The logic of this is nonsensical. For a start, people would tend to get out of the way of giant lumbering monsters who are attacking their town, which considerably reduces the number of collateral casualties. Plus they'd actually tend to be grateful to people blowing up said monsters with bombs from the air.
In fact, there is a thriving sub genre of science fiction about how a divided and warring humanity buries its differences and unites in the face of an alien invasion. Famous examples include several stories by Theodore Sturgeon, most notably 'Unite and Conquer'; an episode of The Outer Limits entitled The Architects of Fear by Meyer Dolinsky; the novel Wild Card by Raymond Hawkey and Roger Bingham; and most recently Watchmen by Alan Moore and Dave Gibbons. All of these stories have got human psychology correct. Monsters: Dark Continent has got it exactly arse-backwards.
But let's assume for a moment that the movie's ridiculous premise holds water...
You still wouldn't need ground troops to fight the insurgents. Your strategy is to bomb the monsters from the air. At the most you'd need some strongly fortified airbases. You wouldn't need to get out in the countryside at all. But forget logic, this movie completely has its head up its ass. For some reason Green and Basu seem determined to make a very familiar and clichéd war story about American soldiers fighting in a conflict like Iraq or Afghanistan. With some monsters. Or, as it turns out, not...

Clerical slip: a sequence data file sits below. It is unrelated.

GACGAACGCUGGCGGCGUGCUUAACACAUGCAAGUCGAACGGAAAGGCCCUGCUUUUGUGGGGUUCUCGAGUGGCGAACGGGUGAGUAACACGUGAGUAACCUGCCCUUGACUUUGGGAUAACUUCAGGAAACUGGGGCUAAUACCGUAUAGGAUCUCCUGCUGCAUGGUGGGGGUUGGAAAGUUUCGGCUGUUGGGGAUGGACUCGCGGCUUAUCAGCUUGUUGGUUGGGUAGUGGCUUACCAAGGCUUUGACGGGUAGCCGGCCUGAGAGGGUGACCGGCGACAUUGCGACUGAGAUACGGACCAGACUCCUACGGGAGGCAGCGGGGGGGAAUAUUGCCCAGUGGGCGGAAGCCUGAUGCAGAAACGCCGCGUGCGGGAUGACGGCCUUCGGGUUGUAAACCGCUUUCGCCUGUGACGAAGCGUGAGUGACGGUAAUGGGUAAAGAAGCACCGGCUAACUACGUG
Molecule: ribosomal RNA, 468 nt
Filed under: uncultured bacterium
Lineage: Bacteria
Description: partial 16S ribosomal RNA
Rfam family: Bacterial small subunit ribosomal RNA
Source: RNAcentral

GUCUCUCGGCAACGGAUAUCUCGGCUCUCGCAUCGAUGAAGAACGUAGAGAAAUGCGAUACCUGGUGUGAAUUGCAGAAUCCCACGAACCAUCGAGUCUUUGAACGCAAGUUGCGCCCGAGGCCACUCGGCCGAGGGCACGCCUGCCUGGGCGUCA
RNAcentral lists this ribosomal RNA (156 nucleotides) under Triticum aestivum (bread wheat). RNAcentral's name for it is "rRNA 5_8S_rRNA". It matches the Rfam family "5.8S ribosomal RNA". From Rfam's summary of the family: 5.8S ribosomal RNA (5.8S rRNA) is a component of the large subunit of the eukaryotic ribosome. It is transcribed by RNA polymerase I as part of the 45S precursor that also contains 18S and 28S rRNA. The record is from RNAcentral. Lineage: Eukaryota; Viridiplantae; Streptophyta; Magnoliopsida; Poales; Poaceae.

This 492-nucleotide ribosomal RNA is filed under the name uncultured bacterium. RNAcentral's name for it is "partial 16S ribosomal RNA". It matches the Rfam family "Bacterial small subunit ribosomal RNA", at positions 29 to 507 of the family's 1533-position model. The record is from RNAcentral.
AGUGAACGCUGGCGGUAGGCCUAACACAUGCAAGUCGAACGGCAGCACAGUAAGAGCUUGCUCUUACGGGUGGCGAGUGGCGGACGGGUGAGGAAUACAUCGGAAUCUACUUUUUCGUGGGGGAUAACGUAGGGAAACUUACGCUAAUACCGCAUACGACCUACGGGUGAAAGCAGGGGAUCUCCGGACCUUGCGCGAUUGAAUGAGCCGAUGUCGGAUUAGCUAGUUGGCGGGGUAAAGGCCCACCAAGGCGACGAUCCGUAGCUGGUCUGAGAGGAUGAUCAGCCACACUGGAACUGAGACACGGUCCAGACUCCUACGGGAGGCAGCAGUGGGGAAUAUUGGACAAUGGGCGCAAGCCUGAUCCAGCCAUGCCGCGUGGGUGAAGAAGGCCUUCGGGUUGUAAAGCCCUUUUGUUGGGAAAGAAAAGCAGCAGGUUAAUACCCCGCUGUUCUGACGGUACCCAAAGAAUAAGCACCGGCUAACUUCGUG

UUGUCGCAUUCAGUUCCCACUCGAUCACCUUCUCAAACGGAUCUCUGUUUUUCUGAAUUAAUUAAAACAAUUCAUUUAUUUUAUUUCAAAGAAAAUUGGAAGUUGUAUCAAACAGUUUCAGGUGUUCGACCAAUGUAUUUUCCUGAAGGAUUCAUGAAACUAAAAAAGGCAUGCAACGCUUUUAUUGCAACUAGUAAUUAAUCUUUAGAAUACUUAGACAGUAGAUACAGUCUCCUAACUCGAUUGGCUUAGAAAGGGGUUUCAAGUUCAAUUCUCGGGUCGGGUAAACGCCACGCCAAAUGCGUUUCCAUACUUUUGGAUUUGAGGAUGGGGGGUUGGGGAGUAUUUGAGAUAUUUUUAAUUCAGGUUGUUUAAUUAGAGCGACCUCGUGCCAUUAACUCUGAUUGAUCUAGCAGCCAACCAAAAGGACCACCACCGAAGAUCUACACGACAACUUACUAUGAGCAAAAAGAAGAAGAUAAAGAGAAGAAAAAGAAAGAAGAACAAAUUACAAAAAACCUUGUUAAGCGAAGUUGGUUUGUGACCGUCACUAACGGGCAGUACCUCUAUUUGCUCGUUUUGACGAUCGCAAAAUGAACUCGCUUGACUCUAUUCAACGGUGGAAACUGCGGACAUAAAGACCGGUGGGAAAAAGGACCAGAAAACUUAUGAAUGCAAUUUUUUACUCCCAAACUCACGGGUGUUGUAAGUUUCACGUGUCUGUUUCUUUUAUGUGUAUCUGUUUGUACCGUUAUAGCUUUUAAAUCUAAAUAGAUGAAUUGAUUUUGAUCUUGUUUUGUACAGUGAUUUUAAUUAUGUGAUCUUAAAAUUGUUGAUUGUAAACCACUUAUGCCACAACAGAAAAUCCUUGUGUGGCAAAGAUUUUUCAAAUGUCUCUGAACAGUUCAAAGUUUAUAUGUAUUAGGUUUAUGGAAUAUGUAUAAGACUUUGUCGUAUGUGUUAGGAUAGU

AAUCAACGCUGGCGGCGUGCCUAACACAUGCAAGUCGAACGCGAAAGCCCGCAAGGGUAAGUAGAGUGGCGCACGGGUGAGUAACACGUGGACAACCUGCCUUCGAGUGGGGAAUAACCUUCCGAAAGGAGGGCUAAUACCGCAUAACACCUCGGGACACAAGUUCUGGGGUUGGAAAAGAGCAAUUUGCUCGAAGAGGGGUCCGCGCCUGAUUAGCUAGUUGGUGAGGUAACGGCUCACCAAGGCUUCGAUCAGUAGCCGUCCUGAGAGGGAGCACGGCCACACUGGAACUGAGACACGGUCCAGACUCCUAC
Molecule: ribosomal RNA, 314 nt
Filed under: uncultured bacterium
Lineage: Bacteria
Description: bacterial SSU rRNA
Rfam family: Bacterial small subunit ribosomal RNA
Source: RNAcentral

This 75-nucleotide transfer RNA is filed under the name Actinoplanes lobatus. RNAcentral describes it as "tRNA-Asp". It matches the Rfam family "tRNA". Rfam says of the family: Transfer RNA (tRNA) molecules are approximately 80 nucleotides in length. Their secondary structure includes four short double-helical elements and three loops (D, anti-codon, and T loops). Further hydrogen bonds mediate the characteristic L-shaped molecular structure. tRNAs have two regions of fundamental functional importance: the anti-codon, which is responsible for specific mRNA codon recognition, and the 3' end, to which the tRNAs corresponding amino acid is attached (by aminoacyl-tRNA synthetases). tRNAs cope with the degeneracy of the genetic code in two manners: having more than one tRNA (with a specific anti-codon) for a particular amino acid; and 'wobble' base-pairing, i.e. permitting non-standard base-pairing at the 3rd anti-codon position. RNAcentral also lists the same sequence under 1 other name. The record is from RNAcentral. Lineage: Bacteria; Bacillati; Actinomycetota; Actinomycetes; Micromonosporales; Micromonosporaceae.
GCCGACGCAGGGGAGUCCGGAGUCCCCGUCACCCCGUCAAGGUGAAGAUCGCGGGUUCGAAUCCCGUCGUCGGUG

Dark Continent is basically an inferior clone of American Sniper, Hurt Locker and any number of other recent Middle East war films. It might have worked if the troops actually engaged with the monsters. But they don't. They're busy shooting local insurgents in exactly the same old boring fashion as all those other movies. Occasionally we glimpse an irrelevant alien monster lumbering by in the background, but that's about it...
The concept that was so effective in the first movie... monsters at a distance, no interaction... is a whopping mistake here. And in the first film it was dictated by the tiny budget. Here, in a lavish sequel, there are no such financial constraints. It just makes no sense.